September 2, 2011
One week from tomorrow, Americans will once again take time to reflect on the 2001 terrorist attacks, like they have each September since that beautify Tuesday morning that ended in tragedy. And, if past practice is any indication, much of that reflection will be done in public with the cameras rolling. For those looking for a more personal way to remember the events of September 11, 2001, we strongly recommend The 9/11 Memorial: Past, Present and Future app, available now for iPad. Created by noted writer-director Steve Rosenbaum, the app chronicles New York’s World Trade Center before, during, and after the attacks of September 11, 2001. The most refreshing aspect of The 9/11 Memorial: Past, Present and Future app is that it spends most of its time discussing the future. In fact, if you’re looking for a place to relive those terrible moments, minute by minute, this isn’t the place to do it. Sure, the app offers plenty of videos from that terrible day, including a haunting video of people taking refuge from the chocking dust once the South Tower fell. But, the app’s biggest strength is how it constructs the timeline following the attacks. The 9/11 Memorial: Past, Present and Future app is arranged in four sections: The Past, The Present, The Future, and Gallery. The Past includes fascinating videos showing the original construction of the World Trade Center Towers, plus what daily life was like there. The Day of 9/11, meanwhile, includes six videos from that day. The most moving, in my opinion, is the music video that aired on VH1 that looked at that first night at Ground Zero. The video is set to the song “Overcome” by the band Live. The Present is proof that New York City and our nation in general, is moving forward. Here, you’ll learn about the 9/11 Memorial, including a video about its main architect. The most stirring piece here is video and commentary on the creation of the Parapet, a part of the memorial that lists the names of those who died that day.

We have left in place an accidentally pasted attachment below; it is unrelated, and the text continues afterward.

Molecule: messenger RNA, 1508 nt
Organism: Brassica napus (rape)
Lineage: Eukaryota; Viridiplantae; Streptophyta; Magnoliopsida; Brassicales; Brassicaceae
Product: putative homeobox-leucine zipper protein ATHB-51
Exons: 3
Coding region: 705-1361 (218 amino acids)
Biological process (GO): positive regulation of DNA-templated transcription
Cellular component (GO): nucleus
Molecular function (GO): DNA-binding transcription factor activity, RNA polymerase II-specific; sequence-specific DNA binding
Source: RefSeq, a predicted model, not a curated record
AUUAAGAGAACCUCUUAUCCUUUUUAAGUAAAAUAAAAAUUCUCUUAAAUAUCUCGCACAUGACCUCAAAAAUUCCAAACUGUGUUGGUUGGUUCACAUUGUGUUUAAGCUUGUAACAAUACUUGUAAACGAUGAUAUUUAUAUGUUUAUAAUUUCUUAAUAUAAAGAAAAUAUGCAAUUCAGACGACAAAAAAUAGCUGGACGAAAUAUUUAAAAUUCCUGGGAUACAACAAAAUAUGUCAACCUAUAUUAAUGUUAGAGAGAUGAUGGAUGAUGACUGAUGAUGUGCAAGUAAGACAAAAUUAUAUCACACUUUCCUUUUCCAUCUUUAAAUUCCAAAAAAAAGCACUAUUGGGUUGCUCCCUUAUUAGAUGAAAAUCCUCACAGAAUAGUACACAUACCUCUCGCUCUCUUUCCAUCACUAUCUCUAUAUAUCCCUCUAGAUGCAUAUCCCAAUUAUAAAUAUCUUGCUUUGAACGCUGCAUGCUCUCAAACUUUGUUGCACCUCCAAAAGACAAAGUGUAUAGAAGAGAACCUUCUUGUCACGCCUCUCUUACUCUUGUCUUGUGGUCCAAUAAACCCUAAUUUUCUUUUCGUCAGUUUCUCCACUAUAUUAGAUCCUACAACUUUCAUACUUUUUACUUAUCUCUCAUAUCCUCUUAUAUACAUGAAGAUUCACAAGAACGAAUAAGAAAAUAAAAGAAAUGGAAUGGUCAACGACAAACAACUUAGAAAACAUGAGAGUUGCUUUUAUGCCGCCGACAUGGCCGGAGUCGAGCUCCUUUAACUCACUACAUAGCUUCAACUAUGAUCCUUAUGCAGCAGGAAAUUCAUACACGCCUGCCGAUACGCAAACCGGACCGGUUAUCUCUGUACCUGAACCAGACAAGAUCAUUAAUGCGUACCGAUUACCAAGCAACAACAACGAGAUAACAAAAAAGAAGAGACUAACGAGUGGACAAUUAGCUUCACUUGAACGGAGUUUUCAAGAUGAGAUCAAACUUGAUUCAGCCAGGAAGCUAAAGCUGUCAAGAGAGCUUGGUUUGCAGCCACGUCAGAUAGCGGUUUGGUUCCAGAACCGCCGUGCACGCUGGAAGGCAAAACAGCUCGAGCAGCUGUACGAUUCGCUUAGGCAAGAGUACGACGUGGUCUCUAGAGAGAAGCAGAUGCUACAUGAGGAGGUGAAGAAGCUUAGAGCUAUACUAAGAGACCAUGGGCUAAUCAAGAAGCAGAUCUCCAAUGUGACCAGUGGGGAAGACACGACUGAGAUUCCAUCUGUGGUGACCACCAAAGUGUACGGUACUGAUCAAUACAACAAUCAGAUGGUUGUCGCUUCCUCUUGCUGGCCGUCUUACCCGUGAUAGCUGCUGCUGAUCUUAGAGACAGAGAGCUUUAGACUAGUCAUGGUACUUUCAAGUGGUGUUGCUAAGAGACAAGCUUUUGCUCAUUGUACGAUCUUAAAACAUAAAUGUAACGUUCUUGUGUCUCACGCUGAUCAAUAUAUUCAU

Unlike other memorials that list names of the fallen in alphabetical order, the Parapet groups people according to who they were. For example, the names of firefighters are listed next to fellow firefighters, as are co-workers and those who were on the two planes that hit the towers. Finally, The Future reminds readers that the Memorial is indeed a “living museum.” As such, we learn more about the Memorial’s ultimate goal of becoming a “custodian of memory” that will take “on the mantle of moral authority.”
Finally, The Galleries is a one-stop location to access the app’s catalog of photos and videos. In total, there are 400 still photographs and hours of video clips, some of which are available on Rosenbaum’s CameraPlanet archive and 2002 documentary, 7 Days in September. The 9/11 Memorial: Past, Present and Future is impressive. As such, it comes highly recommended. If there is one thing about the app worth criticizing it is the inability to view some of the videos. For whatever reason, some simply don’t work. Hopefully, this bug (or whatever it is) will be corrected soon. Best of all, between now and Sept. 12, the app is available for free ($9.95 thereafter) in the App Store.
The 911 Memorial: Past, Present and Future